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Maria’s one-year-old son was born in the U.S. According to Maria, the boy’s father, an illegal immigrant, is in jail for driving without a driving license. He is waiting to be deported to Mexico.
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A man walks along a rusty segment of the fence on the Mexican side. Many migrants travel north through Mexico with hopes of crossing the border, but settle in Tijuana because of the difficulty associated with the crossing.
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The border fence extends west across the hills toward the ocean. Tijuana’s urban development is dense near the border.
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The Mexican flag in Tijuana can be seen prominently from the U.S. side of the border. Tijuana is the sixth-largest metropolitan area in Mexico with a population of 1.5 million. By comparison, San Diego County has about 3 million people.
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Kids play soccer in the street in Tijuana. Mexicans around the world sent home $21 billion in 2009.
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The border between the U.S. and Mexico extends into the Pacific Ocean.
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A child plays in the sand while ignoring the fence that stands behind him.
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San Diego can be seen on horizon through the border fence at the ocean.
I was very young when the Berlin Wall fell in 1989. It was the only barrier I had ever seen separating two countries until I arrived in San Diego and saw the triple-layer fence separating the U.S. from Mexico. Indeed, most European Union countries have agreed to abolish the check points at their common borders.
Before arriving in the United States, I was aware of the immigration problem. It is not unlike the debate in other industrialized countries. Same goals. Same fears.
The European Union encounters huge problems in regulating the flow of illegal immigrants coming from various places: mostly from Africa, the Balkans, the Middle East and Central Asia. Migrants leave their countries because of war (Iraq, Afghanistan, Georgia, Palestine, Darfur, etc.) and poor living conditions. Coming to Europe is a big investment for them. They pay huge amounts of money to human traffickers for a dangerous trip that takes months.
A Ghanaian migrant travels more than 2,000 miles north from the country's capital, Accra, to reach Morocco’s coasts. That means crossing four countries and the Sahara Desert before assaulting the Mediterranean Sea on cheap boats headed toward Spain. A lot of these people die or are apprehended during this long trip.
Among European countries, the political debate over illegal immigration is one of the most passionate and sensitive topics. Economic depression, unemployment and insecurity fuel the fear of many people already distressed by government failure to deal with the problem. Through their populist rhetoric, extreme-right parties are the big winners. For example, in Switzerland, the Democratic Union of the Centre (UDC) – a party well known for its racist stance toward immigration – has in recent years become the strongest political force in that country. However, Europe’s tougher immigration policies haven’t stopped the flow of migrants.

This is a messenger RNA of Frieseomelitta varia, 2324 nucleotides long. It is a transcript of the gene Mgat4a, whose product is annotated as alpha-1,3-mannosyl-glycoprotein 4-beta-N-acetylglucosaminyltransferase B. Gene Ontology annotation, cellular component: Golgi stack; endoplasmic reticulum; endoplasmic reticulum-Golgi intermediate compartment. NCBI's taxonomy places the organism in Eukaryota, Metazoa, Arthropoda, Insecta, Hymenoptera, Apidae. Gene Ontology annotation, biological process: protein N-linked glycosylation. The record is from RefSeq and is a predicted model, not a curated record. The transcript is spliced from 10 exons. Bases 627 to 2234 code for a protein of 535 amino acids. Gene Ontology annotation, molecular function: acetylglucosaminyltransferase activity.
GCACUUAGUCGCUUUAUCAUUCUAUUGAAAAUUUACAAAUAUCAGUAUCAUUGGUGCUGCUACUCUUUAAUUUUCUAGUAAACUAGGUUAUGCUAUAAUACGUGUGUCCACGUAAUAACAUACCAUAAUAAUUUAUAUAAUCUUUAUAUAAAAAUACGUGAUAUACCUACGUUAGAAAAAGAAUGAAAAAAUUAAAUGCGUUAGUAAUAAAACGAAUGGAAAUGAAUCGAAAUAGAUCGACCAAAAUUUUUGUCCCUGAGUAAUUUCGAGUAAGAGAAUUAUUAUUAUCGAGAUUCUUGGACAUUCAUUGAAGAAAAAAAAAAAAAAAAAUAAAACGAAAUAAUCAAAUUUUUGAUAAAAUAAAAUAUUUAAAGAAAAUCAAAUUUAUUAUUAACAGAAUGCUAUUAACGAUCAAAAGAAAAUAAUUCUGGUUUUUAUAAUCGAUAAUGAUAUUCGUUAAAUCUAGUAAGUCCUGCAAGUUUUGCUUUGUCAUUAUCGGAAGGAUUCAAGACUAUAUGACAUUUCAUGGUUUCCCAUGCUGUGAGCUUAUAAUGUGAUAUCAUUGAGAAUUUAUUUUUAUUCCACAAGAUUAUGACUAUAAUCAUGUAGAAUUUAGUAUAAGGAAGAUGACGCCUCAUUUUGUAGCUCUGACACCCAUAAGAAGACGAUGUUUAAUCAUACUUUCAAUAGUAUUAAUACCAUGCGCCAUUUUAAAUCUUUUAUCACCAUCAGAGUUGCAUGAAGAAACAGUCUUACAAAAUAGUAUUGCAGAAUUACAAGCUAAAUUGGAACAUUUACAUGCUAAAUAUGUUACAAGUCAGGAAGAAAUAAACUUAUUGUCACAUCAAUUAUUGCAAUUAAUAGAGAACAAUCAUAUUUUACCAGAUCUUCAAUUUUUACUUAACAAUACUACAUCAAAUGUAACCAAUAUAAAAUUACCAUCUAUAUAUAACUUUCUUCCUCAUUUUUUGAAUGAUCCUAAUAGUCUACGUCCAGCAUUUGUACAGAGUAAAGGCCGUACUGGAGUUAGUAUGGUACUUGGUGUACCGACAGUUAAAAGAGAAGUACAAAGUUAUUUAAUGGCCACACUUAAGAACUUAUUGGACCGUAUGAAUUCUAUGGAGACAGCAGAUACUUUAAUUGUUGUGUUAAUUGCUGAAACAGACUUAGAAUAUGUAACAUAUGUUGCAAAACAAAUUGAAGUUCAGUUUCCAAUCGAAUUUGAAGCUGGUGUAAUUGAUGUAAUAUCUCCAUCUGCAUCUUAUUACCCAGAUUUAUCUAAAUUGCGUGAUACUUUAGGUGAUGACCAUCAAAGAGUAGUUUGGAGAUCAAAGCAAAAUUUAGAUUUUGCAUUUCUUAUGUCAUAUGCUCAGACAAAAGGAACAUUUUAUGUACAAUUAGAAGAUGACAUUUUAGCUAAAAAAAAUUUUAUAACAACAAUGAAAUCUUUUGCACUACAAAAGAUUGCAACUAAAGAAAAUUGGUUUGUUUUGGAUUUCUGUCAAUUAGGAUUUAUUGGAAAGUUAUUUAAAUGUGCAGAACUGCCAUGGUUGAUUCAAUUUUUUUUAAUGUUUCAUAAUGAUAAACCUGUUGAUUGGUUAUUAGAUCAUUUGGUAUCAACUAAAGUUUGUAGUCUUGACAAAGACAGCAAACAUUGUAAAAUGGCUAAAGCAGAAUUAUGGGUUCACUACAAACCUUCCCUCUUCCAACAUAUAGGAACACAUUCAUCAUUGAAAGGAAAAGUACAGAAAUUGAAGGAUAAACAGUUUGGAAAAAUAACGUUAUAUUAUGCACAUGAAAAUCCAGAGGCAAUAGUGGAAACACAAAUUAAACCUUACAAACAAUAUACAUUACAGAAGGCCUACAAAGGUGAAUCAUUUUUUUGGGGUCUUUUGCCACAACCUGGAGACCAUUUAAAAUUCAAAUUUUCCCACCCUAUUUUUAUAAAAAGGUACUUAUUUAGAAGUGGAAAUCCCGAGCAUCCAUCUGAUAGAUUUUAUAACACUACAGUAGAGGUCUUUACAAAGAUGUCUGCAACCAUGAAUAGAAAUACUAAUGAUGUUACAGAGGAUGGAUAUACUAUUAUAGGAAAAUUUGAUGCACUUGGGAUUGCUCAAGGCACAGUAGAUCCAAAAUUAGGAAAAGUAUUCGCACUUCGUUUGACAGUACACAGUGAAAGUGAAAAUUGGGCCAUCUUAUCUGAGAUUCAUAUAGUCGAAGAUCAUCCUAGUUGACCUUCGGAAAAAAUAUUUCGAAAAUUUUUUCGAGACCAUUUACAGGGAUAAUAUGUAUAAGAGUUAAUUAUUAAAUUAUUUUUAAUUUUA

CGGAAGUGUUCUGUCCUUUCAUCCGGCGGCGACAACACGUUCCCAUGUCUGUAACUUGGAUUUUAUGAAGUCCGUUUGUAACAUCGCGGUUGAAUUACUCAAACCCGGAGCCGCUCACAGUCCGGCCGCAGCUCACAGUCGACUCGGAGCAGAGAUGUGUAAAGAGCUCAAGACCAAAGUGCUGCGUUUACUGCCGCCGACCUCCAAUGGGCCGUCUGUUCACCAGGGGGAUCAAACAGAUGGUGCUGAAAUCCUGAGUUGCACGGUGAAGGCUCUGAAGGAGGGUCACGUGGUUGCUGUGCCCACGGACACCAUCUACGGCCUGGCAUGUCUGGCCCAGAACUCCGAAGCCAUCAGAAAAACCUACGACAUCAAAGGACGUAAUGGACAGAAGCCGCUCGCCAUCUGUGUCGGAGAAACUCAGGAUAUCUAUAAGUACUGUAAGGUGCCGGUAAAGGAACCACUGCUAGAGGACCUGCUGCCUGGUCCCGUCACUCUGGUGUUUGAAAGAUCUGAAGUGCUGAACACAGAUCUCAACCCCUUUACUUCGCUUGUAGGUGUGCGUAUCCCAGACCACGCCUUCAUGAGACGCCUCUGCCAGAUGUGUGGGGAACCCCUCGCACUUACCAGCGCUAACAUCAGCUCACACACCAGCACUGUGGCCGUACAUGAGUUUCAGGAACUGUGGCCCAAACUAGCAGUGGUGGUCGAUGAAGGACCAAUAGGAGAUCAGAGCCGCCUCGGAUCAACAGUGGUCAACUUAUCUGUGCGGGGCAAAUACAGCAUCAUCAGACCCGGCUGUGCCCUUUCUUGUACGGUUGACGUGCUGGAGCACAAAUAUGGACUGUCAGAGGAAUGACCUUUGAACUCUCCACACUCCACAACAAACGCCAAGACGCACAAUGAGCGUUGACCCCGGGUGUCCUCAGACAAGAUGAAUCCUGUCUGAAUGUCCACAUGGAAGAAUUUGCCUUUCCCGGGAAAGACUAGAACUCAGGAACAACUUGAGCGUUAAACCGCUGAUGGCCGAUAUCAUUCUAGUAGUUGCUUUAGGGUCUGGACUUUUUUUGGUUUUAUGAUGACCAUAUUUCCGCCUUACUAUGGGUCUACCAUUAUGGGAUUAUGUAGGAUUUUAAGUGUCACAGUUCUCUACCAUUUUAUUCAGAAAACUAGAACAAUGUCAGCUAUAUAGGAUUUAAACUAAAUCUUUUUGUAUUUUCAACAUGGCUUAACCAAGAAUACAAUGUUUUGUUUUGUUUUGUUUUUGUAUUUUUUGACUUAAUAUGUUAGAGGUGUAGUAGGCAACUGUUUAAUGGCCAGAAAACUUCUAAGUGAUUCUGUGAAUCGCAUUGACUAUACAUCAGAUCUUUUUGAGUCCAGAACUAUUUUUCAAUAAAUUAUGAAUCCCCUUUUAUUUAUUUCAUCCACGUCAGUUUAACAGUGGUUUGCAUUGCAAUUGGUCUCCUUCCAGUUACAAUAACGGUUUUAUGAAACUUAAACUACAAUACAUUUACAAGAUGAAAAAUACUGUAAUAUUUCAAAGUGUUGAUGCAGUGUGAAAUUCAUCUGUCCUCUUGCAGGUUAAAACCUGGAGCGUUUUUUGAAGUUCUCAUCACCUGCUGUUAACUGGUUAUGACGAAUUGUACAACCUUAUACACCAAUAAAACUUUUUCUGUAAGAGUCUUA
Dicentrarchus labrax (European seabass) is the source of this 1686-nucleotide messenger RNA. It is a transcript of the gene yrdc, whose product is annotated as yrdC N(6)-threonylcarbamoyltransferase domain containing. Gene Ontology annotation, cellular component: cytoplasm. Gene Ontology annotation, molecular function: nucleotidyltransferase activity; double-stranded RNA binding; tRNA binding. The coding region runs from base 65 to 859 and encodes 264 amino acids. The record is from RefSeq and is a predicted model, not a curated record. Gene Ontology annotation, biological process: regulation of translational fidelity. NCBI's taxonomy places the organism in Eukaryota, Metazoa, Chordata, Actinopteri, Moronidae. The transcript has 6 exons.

When I first saw the fence along San Diego’s border with Mexico, I was impressed by the disproportion. Helicopters, border patrols, barbed wire and cameras gave me the impression of entering into a warzone. But on the Mexican side, this fence is part of everyday life. This is particularly obvious on the Tijuana beach I visited where children and teenagers enjoyed life while ignoring the fence that ends in the ocean.
“This is a war,” says Britt Craig, a Vietnam War veteran who patrols the border with a loaded handgun and shotgun. I met up with Craig as he drove his van along the border at Campo in east San Diego County. Craig is a member of Jim Gilchrist’s Minuteman Project, a group of activists who want to stop the flow of illegal immigrants crossing the border.
But they aren’t the only activists involved in the immigration debate. Enrique Morones is the leader of Border Angels. It is a faith-based organization that helps illegal immigrants who are crossing the border by dropping bottles of water in the desert, where many die from the heat and the cold. Border Angels also gives food and clothing to migrant day laborers who wait hours for low-paying jobs at places like Home Depot.
Envision San Diego takes a closer look at illegal immigration, exploring why migrants take big risks to work in the U.S., what happens to the children of deported parents, and how this region benefits from -- and pays a price for -- its unauthorized migrant labor pool.
Abundant low-paying jobs are exactly where the entire problem lies. California’s economy is heavily based on tourism and agriculture. These industries rely heavily on illegal workers who provide a steady source of hard working, flexible, cheap labor. This is perfect for a globalized economic system focused only on gains of productivity.
Both the Border Angels and the Minuteman truly believe in their cause. But leaving water in the desert or patrolling the border with a gun isn’t going to solve the problem. Until industrialized countries stop relying on this cheap labor and help stimulate economies in developing countries, illegal immigrants will keep coming. A wall or a fence won’t stop them.